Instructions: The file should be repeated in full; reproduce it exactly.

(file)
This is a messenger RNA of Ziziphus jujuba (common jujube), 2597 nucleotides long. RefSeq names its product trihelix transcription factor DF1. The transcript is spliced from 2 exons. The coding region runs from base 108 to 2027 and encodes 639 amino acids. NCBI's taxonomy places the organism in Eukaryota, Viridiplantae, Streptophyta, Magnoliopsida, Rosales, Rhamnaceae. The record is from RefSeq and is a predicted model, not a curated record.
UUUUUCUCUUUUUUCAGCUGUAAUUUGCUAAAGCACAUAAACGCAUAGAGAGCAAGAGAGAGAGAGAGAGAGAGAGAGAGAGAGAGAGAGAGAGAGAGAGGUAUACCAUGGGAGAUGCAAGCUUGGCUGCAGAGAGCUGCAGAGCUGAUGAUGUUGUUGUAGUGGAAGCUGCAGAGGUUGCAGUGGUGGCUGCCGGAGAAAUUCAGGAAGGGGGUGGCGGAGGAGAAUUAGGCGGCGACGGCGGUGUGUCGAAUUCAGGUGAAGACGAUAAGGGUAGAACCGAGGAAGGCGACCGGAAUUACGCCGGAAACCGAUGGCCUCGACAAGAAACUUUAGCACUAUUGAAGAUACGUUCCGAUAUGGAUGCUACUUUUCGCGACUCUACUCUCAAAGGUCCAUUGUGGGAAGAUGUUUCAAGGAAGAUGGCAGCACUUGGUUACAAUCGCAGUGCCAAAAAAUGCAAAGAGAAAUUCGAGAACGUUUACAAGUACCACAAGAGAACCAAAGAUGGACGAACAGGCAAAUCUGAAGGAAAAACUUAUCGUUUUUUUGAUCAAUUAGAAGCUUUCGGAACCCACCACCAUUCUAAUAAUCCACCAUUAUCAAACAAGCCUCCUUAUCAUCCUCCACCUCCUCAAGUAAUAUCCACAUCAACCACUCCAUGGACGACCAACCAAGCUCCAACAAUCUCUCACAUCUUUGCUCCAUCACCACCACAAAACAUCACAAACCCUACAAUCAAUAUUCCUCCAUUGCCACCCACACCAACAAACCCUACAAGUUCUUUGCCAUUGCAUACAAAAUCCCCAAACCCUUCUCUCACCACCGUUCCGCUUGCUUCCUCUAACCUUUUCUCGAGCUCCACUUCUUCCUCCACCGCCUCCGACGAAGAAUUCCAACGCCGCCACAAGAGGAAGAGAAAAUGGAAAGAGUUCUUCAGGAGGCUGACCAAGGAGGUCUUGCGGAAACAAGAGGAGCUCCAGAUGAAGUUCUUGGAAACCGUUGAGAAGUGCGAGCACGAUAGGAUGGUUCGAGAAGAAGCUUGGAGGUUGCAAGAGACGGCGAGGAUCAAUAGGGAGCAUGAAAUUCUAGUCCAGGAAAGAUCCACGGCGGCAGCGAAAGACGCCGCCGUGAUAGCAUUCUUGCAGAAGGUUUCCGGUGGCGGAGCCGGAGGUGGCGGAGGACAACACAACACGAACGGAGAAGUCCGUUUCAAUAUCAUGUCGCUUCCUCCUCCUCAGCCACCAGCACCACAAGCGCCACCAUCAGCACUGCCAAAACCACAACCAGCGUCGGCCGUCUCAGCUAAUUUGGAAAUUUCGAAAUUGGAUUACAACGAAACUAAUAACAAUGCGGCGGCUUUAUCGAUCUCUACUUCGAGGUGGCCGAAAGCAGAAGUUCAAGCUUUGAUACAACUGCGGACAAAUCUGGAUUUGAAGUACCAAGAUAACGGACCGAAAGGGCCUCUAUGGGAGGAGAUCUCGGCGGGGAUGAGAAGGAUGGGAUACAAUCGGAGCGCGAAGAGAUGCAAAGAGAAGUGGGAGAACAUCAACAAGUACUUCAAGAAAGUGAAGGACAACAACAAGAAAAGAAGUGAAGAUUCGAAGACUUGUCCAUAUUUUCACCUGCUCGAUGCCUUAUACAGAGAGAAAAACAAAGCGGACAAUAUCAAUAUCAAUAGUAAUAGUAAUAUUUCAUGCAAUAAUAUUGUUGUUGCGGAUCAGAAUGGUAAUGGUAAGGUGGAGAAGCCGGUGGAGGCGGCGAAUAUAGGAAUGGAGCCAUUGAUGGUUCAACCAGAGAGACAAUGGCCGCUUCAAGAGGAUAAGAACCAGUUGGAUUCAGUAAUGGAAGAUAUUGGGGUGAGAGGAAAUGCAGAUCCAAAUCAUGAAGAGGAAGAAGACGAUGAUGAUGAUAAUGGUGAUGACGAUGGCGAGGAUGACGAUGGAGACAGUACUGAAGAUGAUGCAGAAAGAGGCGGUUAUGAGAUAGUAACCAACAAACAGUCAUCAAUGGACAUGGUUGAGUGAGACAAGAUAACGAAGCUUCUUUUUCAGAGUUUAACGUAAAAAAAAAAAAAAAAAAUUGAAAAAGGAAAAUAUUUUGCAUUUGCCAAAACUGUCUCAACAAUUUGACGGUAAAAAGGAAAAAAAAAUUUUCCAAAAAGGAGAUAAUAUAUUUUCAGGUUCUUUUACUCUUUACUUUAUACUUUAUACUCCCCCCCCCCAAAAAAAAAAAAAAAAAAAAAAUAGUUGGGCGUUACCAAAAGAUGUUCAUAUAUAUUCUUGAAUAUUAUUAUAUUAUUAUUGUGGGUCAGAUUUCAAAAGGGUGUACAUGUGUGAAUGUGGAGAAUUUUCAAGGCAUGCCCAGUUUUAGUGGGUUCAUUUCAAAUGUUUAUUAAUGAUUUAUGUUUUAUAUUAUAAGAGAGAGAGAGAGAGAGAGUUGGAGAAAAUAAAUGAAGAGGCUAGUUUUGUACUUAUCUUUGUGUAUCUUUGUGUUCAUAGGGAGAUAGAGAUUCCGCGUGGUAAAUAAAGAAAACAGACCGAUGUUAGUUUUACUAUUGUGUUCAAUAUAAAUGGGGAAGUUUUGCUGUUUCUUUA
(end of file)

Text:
This is a messenger RNA of Ziziphus jujuba (common jujube), 2597 nucleotides long. RefSeq names its product trihelix transcription factor DF1. The transcript is spliced from 2 exons. The coding region runs from base 108 to 2027 and encodes 639 amino acids. NCBI's taxonomy places the organism in Eukaryota, Viridiplantae, Streptophyta, Magnoliopsida, Rosales, Rhamnaceae. The record is from RefSeq and is a predicted model, not a curated record.
UUUUUCUCUUUUUUCAGCUGUAAUUUGCUAAAGCACAUAAACGCAUAGAGAGCAAGAGAGAGAGAGAGAGAGAGAGAGAGAGAGAGAGAGAGAGAGAGAGGUAUACCAUGGGAGAUGCAAGCUUGGCUGCAGAGAGCUGCAGAGCUGAUGAUGUUGUUGUAGUGGAAGCUGCAGAGGUUGCAGUGGUGGCUGCCGGAGAAAUUCAGGAAGGGGGUGGCGGAGGAGAAUUAGGCGGCGACGGCGGUGUGUCGAAUUCAGGUGAAGACGAUAAGGGUAGAACCGAGGAAGGCGACCGGAAUUACGCCGGAAACCGAUGGCCUCGACAAGAAACUUUAGCACUAUUGAAGAUACGUUCCGAUAUGGAUGCUACUUUUCGCGACUCUACUCUCAAAGGUCCAUUGUGGGAAGAUGUUUCAAGGAAGAUGGCAGCACUUGGUUACAAUCGCAGUGCCAAAAAAUGCAAAGAGAAAUUCGAGAACGUUUACAAGUACCACAAGAGAACCAAAGAUGGACGAACAGGCAAAUCUGAAGGAAAAACUUAUCGUUUUUUUGAUCAAUUAGAAGCUUUCGGAACCCACCACCAUUCUAAUAAUCCACCAUUAUCAAACAAGCCUCCUUAUCAUCCUCCACCUCCUCAAGUAAUAUCCACAUCAACCACUCCAUGGACGACCAACCAAGCUCCAACAAUCUCUCACAUCUUUGCUCCAUCACCACCACAAAACAUCACAAACCCUACAAUCAAUAUUCCUCCAUUGCCACCCACACCAACAAACCCUACAAGUUCUUUGCCAUUGCAUACAAAAUCCCCAAACCCUUCUCUCACCACCGUUCCGCUUGCUUCCUCUAACCUUUUCUCGAGCUCCACUUCUUCCUCCACCGCCUCCGACGAAGAAUUCCAACGCCGCCACAAGAGGAAGAGAAAAUGGAAAGAGUUCUUCAGGAGGCUGACCAAGGAGGUCUUGCGGAAACAAGAGGAGCUCCAGAUGAAGUUCUUGGAAACCGUUGAGAAGUGCGAGCACGAUAGGAUGGUUCGAGAAGAAGCUUGGAGGUUGCAAGAGACGGCGAGGAUCAAUAGGGAGCAUGAAAUUCUAGUCCAGGAAAGAUCCACGGCGGCAGCGAAAGACGCCGCCGUGAUAGCAUUCUUGCAGAAGGUUUCCGGUGGCGGAGCCGGAGGUGGCGGAGGACAACACAACACGAACGGAGAAGUCCGUUUCAAUAUCAUGUCGCUUCCUCCUCCUCAGCCACCAGCACCACAAGCGCCACCAUCAGCACUGCCAAAACCACAACCAGCGUCGGCCGUCUCAGCUAAUUUGGAAAUUUCGAAAUUGGAUUACAACGAAACUAAUAACAAUGCGGCGGCUUUAUCGAUCUCUACUUCGAGGUGGCCGAAAGCAGAAGUUCAAGCUUUGAUACAACUGCGGACAAAUCUGGAUUUGAAGUACCAAGAUAACGGACCGAAAGGGCCUCUAUGGGAGGAGAUCUCGGCGGGGAUGAGAAGGAUGGGAUACAAUCGGAGCGCGAAGAGAUGCAAAGAGAAGUGGGAGAACAUCAACAAGUACUUCAAGAAAGUGAAGGACAACAACAAGAAAAGAAGUGAAGAUUCGAAGACUUGUCCAUAUUUUCACCUGCUCGAUGCCUUAUACAGAGAGAAAAACAAAGCGGACAAUAUCAAUAUCAAUAGUAAUAGUAAUAUUUCAUGCAAUAAUAUUGUUGUUGCGGAUCAGAAUGGUAAUGGUAAGGUGGAGAAGCCGGUGGAGGCGGCGAAUAUAGGAAUGGAGCCAUUGAUGGUUCAACCAGAGAGACAAUGGCCGCUUCAAGAGGAUAAGAACCAGUUGGAUUCAGUAAUGGAAGAUAUUGGGGUGAGAGGAAAUGCAGAUCCAAAUCAUGAAGAGGAAGAAGACGAUGAUGAUGAUAAUGGUGAUGACGAUGGCGAGGAUGACGAUGGAGACAGUACUGAAGAUGAUGCAGAAAGAGGCGGUUAUGAGAUAGUAACCAACAAACAGUCAUCAAUGGACAUGGUUGAGUGAGACAAGAUAACGAAGCUUCUUUUUCAGAGUUUAACGUAAAAAAAAAAAAAAAAAAUUGAAAAAGGAAAAUAUUUUGCAUUUGCCAAAACUGUCUCAACAAUUUGACGGUAAAAAGGAAAAAAAAAUUUUCCAAAAAGGAGAUAAUAUAUUUUCAGGUUCUUUUACUCUUUACUUUAUACUUUAUACUCCCCCCCCCCAAAAAAAAAAAAAAAAAAAAAAUAGUUGGGCGUUACCAAAAGAUGUUCAUAUAUAUUCUUGAAUAUUAUUAUAUUAUUAUUGUGGGUCAGAUUUCAAAAGGGUGUACAUGUGUGAAUGUGGAGAAUUUUCAAGGCAUGCCCAGUUUUAGUGGGUUCAUUUCAAAUGUUUAUUAAUGAUUUAUGUUUUAUAUUAUAAGAGAGAGAGAGAGAGAGAGUUGGAGAAAAUAAAUGAAGAGGCUAGUUUUGUACUUAUCUUUGUGUAUCUUUGUGUUCAUAGGGAGAUAGAGAUUCCGCGUGGUAAAUAAAGAAAACAGACCGAUGUUAGUUUUACUAUUGUGUUCAAUAUAAAUGGGGAAGUUUUGCUGUUUCUUUA